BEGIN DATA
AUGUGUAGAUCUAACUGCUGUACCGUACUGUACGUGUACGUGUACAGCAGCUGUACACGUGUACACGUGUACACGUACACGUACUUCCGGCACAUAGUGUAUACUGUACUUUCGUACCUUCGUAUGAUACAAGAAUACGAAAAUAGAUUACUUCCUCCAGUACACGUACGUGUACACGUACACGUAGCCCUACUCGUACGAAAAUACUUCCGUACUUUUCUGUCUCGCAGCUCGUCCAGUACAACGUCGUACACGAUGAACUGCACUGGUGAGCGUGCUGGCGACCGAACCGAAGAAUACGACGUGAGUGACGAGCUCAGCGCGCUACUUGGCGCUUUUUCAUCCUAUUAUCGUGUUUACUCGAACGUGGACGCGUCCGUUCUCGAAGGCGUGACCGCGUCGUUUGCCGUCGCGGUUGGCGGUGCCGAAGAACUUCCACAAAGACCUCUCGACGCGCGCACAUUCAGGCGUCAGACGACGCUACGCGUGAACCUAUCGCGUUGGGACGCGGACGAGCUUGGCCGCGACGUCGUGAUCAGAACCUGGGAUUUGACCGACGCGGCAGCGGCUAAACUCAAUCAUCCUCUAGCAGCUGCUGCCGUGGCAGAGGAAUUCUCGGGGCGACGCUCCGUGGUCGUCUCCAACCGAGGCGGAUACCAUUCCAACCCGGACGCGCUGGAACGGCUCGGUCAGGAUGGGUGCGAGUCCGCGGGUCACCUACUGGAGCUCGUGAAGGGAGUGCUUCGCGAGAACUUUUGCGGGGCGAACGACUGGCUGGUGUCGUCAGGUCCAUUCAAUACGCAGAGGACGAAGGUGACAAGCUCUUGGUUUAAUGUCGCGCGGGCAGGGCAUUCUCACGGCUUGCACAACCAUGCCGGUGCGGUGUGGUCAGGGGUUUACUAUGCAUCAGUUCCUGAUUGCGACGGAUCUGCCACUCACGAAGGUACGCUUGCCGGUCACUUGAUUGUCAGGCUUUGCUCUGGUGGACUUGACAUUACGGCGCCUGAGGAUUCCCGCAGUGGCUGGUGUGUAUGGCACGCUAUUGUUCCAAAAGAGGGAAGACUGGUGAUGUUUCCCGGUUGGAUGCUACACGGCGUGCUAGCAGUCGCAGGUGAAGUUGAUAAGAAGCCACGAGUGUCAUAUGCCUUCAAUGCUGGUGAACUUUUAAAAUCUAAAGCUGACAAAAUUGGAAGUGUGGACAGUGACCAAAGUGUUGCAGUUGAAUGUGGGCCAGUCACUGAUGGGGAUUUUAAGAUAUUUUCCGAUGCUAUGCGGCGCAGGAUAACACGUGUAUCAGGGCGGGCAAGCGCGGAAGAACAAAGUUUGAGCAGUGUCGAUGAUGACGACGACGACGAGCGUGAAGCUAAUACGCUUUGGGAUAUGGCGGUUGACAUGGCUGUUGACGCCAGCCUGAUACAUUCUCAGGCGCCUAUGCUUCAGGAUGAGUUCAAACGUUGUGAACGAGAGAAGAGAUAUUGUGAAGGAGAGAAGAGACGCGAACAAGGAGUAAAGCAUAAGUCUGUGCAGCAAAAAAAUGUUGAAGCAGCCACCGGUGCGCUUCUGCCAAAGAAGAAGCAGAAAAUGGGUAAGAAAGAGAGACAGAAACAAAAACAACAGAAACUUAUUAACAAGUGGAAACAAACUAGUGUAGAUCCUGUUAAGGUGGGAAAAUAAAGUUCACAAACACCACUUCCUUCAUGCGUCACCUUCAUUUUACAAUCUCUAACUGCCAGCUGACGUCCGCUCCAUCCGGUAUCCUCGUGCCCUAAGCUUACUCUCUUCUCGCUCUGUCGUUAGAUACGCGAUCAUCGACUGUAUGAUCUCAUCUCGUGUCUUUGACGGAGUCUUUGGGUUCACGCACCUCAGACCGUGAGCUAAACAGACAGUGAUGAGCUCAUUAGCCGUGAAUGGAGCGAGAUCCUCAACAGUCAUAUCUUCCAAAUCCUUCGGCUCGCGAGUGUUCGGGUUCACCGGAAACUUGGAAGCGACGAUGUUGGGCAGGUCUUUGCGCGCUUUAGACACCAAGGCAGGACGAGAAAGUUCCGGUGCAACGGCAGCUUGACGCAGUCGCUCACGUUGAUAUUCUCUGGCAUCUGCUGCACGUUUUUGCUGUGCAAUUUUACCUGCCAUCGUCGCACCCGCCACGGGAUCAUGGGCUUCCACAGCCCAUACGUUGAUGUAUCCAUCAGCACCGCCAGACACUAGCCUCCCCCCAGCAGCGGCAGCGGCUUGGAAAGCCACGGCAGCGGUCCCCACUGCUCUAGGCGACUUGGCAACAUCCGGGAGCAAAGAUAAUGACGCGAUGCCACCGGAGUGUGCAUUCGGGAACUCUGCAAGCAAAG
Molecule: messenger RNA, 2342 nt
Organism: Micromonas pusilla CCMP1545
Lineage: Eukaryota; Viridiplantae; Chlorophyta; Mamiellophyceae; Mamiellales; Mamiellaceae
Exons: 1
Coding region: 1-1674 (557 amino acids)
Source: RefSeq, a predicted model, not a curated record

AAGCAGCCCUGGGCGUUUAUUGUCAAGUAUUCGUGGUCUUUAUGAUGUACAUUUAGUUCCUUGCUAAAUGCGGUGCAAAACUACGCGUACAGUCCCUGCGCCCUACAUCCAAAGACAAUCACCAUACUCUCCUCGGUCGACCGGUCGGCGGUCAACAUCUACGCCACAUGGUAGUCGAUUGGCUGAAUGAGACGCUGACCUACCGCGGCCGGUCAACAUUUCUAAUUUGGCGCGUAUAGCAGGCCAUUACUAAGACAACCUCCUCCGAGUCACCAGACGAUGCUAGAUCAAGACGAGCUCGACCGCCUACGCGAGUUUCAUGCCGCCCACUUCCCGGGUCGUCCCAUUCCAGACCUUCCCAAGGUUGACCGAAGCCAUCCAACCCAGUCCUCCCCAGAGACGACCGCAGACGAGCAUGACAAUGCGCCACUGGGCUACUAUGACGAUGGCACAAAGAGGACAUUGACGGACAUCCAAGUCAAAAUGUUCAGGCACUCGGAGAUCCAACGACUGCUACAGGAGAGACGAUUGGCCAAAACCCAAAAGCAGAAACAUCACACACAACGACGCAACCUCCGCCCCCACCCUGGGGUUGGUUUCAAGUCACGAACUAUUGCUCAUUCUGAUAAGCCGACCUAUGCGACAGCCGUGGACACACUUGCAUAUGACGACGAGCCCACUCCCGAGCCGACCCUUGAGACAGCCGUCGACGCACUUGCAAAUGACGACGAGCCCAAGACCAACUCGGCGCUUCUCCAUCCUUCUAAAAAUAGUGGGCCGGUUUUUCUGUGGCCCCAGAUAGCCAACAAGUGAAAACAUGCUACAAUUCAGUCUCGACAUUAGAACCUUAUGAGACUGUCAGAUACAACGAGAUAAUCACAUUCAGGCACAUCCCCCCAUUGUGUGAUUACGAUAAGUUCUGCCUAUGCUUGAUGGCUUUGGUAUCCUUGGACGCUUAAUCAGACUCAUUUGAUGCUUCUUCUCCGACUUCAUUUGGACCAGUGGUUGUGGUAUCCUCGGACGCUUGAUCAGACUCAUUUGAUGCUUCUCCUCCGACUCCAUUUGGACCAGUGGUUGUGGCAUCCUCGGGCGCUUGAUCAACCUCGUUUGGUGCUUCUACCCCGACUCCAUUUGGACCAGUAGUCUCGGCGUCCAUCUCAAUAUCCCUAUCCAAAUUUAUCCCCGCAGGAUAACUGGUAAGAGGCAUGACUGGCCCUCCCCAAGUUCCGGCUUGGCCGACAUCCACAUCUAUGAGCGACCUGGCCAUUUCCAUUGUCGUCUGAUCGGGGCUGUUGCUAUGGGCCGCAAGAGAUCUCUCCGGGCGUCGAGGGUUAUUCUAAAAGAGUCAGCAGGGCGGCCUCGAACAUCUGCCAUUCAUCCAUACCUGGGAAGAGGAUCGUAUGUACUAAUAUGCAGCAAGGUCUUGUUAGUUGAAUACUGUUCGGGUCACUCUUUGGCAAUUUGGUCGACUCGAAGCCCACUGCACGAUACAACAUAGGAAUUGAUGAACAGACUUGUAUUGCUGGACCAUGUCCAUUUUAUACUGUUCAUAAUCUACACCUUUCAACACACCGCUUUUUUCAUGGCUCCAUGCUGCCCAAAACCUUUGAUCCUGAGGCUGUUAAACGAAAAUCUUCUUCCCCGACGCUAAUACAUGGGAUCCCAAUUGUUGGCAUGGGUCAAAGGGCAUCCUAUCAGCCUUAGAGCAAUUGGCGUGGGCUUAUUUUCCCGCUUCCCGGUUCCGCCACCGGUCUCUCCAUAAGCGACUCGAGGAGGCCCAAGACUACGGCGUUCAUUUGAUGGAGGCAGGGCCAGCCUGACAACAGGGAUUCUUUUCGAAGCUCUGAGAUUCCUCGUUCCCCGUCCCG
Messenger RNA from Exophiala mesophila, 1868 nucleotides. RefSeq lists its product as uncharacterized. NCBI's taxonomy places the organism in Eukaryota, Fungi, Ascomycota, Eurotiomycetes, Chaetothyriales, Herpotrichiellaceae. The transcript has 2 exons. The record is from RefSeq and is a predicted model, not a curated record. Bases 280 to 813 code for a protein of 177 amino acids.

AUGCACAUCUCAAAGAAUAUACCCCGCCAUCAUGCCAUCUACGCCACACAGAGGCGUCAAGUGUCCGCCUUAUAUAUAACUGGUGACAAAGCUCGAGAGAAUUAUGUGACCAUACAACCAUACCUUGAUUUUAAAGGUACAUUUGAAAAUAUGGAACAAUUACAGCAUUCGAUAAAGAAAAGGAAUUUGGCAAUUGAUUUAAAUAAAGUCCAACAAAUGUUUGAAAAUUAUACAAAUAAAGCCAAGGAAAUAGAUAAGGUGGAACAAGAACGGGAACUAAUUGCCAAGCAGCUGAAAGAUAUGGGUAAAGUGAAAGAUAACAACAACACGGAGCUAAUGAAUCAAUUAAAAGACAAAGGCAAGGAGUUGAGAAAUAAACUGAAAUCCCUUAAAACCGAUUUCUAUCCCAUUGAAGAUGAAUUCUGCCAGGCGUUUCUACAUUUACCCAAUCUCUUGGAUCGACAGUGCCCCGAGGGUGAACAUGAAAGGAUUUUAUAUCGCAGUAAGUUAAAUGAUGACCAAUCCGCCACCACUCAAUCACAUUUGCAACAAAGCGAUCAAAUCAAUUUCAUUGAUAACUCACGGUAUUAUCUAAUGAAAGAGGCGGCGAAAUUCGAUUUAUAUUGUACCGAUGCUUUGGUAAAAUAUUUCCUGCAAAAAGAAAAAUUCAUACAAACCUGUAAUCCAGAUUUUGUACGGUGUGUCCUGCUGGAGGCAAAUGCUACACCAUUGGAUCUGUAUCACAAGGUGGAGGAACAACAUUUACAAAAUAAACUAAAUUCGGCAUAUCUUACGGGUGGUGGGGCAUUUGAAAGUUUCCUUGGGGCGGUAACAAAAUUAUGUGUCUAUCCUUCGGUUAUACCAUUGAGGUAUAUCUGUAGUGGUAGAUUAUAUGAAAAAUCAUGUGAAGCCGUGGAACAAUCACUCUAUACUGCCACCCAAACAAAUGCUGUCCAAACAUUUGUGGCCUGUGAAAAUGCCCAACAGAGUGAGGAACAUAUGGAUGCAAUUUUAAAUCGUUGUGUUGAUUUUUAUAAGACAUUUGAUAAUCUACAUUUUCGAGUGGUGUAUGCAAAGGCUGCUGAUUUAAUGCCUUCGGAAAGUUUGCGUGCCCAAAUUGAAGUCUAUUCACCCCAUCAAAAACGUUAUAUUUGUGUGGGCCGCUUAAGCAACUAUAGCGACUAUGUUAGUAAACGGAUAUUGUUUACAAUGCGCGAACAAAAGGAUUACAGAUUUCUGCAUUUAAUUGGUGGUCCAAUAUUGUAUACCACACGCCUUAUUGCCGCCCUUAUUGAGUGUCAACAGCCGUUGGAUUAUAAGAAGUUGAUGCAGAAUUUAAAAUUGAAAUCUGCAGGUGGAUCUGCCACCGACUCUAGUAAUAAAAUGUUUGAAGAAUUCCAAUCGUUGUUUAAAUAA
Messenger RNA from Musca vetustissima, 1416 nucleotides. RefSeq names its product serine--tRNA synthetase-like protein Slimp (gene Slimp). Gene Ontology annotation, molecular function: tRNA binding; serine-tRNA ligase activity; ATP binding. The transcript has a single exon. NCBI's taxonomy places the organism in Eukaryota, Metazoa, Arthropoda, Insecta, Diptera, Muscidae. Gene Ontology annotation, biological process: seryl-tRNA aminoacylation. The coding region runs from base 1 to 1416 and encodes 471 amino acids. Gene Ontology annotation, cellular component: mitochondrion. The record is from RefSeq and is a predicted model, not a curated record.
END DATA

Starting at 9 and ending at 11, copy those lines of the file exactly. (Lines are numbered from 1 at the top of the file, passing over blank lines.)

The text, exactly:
Messenger RNA from Exophiala mesophila, 1868 nucleotides. RefSeq lists its product as uncharacterized. NCBI's taxonomy places the organism in Eukaryota, Fungi, Ascomycota, Eurotiomycetes, Chaetothyriales, Herpotrichiellaceae. The transcript has 2 exons. The record is from RefSeq and is a predicted model, not a curated record. Bases 280 to 813 code for a protein of 177 amino acids.

AUGCACAUCUCAAAGAAUAUACCCCGCCAUCAUGCCAUCUACGCCACACAGAGGCGUCAAGUGUCCGCCUUAUAUAUAACUGGUGACAAAGCUCGAGAGAAUUAUGUGACCAUACAACCAUACCUUGAUUUUAAAGGUACAUUUGAAAAUAUGGAACAAUUACAGCAUUCGAUAAAGAAAAGGAAUUUGGCAAUUGAUUUAAAUAAAGUCCAACAAAUGUUUGAAAAUUAUACAAAUAAAGCCAAGGAAAUAGAUAAGGUGGAACAAGAACGGGAACUAAUUGCCAAGCAGCUGAAAGAUAUGGGUAAAGUGAAAGAUAACAACAACACGGAGCUAAUGAAUCAAUUAAAAGACAAAGGCAAGGAGUUGAGAAAUAAACUGAAAUCCCUUAAAACCGAUUUCUAUCCCAUUGAAGAUGAAUUCUGCCAGGCGUUUCUACAUUUACCCAAUCUCUUGGAUCGACAGUGCCCCGAGGGUGAACAUGAAAGGAUUUUAUAUCGCAGUAAGUUAAAUGAUGACCAAUCCGCCACCACUCAAUCACAUUUGCAACAAAGCGAUCAAAUCAAUUUCAUUGAUAACUCACGGUAUUAUCUAAUGAAAGAGGCGGCGAAAUUCGAUUUAUAUUGUACCGAUGCUUUGGUAAAAUAUUUCCUGCAAAAAGAAAAAUUCAUACAAACCUGUAAUCCAGAUUUUGUACGGUGUGUCCUGCUGGAGGCAAAUGCUACACCAUUGGAUCUGUAUCACAAGGUGGAGGAACAACAUUUACAAAAUAAACUAAAUUCGGCAUAUCUUACGGGUGGUGGGGCAUUUGAAAGUUUCCUUGGGGCGGUAACAAAAUUAUGUGUCUAUCCUUCGGUUAUACCAUUGAGGUAUAUCUGUAGUGGUAGAUUAUAUGAAAAAUCAUGUGAAGCCGUGGAACAAUCACUCUAUACUGCCACCCAAACAAAUGCUGUCCAAACAUUUGUGGCCUGUGAAAAUGCCCAACAGAGUGAGGAACAUAUGGAUGCAAUUUUAAAUCGUUGUGUUGAUUUUUAUAAGACAUUUGAUAAUCUACAUUUUCGAGUGGUGUAUGCAAAGGCUGCUGAUUUAAUGCCUUCGGAAAGUUUGCGUGCCCAAAUUGAAGUCUAUUCACCCCAUCAAAAACGUUAUAUUUGUGUGGGCCGCUUAAGCAACUAUAGCGACUAUGUUAGUAAACGGAUAUUGUUUACAAUGCGCGAACAAAAGGAUUACAGAUUUCUGCAUUUAAUUGGUGGUCCAAUAUUGUAUACCACACGCCUUAUUGCCGCCCUUAUUGAGUGUCAACAGCCGUUGGAUUAUAAGAAGUUGAUGCAGAAUUUAAAAUUGAAAUCUGCAGGUGGAUCUGCCACCGACUCUAGUAAUAAAAUGUUUGAAGAAUUCCAAUCGUUGUUUAAAUAA
Messenger RNA from Musca vetustissima, 1416 nucleotides. RefSeq names its product serine--tRNA synthetase-like protein Slimp (gene Slimp). Gene Ontology annotation, molecular function: tRNA binding; serine-tRNA ligase activity; ATP binding. The transcript has a single exon. NCBI's taxonomy places the organism in Eukaryota, Metazoa, Arthropoda, Insecta, Diptera, Muscidae. Gene Ontology annotation, biological process: seryl-tRNA aminoacylation. The coding region runs from base 1 to 1416 and encodes 471 amino acids. Gene Ontology annotation, cellular component: mitochondrion. The record is from RefSeq and is a predicted model, not a curated record.